21. It is found, however, that the respondents were working on the complainant’s request in the order of the items requested and that having never received a request for such records before the complainant’s request, they had no reason to know that reports of employee internet usage were retained for only three months or that there was such a long waiting period to retrieve the metadata. It is further found that the records were maintained by BEST and that the respondents were compelled to rely on that agency’s IT personnel for assistance which assistance was not expeditious. 
     22. It is found that the respondents did not unduly delay compliance with the complainant’s requests described in paragraphs 10d and 10e, above, and it is concluded that they did not violate the promptness provisions of the FOI Act in this regard.
     23. With respect to the records requests described in paragraphs 10f and 10g, above, the respondents do not maintain a record that lists the information the complainant requested.  It is found, therefore, that they accurately responded that no such records exists.  Consequently, the respondents did not violate the disclosure provision of the FOI Act in this regard.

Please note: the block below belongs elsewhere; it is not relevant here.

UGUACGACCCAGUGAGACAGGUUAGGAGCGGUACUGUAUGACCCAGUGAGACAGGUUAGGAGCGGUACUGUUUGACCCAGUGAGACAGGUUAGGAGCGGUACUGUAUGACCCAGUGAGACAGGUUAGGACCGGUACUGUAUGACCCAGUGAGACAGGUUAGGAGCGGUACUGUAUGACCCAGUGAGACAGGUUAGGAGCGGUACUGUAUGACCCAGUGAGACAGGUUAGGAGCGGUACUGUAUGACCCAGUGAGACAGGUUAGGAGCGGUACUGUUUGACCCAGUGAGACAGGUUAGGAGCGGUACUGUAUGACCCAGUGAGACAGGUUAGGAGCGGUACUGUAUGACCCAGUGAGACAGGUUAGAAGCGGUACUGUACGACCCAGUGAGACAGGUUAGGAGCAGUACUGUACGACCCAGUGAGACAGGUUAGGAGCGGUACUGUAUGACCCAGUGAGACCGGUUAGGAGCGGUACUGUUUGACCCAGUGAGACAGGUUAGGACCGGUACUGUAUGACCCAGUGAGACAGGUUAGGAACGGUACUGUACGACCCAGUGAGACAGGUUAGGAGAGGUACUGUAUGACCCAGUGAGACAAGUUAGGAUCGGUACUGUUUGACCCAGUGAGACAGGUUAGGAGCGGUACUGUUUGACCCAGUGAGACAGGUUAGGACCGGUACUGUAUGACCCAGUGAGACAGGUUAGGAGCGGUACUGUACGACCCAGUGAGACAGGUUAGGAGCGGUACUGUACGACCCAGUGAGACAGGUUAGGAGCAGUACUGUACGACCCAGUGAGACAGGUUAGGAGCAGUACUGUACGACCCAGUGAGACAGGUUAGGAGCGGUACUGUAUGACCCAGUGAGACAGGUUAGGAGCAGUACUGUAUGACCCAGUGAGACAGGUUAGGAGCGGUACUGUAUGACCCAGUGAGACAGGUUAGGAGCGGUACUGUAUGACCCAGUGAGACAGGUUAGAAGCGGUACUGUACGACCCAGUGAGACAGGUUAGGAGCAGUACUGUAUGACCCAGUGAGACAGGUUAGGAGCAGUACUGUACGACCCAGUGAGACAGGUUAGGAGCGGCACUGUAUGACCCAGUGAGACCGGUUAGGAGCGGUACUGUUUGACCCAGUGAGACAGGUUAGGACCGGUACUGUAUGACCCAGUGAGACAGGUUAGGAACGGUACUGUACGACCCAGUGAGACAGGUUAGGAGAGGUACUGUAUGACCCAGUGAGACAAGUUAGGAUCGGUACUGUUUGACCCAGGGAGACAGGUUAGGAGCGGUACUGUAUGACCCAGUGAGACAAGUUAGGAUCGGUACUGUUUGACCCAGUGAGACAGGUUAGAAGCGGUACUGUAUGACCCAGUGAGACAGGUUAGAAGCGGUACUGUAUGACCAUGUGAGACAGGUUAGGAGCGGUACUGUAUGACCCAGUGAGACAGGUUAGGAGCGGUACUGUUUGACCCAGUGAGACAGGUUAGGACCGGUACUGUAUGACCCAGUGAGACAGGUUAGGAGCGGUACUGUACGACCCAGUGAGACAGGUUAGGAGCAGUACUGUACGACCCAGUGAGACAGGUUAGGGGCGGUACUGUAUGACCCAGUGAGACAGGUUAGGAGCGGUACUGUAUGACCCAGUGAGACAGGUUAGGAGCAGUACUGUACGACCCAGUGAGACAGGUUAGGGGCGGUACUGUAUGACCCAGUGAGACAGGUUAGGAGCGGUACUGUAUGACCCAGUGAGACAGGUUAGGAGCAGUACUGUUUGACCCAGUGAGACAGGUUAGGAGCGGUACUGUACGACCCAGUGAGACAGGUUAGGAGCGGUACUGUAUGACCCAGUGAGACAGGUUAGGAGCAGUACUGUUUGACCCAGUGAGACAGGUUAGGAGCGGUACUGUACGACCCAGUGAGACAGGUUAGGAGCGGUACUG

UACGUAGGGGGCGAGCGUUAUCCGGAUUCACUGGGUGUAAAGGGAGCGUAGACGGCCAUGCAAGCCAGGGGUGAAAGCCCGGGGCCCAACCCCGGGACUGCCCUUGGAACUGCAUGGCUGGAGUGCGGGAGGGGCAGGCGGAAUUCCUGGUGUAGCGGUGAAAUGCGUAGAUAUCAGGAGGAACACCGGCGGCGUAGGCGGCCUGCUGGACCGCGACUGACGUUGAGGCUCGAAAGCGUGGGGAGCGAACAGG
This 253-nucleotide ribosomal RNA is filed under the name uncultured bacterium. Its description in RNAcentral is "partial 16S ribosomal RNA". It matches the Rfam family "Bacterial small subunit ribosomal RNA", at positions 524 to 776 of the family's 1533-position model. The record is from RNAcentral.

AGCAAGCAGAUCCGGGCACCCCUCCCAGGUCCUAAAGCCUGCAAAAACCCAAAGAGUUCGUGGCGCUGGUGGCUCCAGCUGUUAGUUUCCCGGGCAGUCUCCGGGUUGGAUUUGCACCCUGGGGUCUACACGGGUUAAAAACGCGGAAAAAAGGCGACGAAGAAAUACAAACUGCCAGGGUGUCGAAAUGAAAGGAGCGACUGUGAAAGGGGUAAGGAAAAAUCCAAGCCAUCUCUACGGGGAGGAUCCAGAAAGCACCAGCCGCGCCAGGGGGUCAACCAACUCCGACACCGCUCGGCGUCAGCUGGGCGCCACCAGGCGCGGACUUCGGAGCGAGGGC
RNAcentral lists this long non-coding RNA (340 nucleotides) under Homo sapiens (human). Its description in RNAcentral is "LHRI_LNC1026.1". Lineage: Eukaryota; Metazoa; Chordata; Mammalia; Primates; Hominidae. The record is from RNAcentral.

24. However, at the hearing on this matter, the complainant stated that he would have accepted, and still would accept, any records from which he could glean the information requested in those requests.  The respondents stated at the hearing on this matter that they would collect records from which the complainant could glean the information he was seeking.
     25. It is found that after the hearing on this matter, the respondents provided the records from which the complainant could glean the information he requested as described in paragraphs 10f and 10g, above, in PDF even though the complainant requested that the records be provided in Excel format.  The complainant objected to the format in which the records were provided.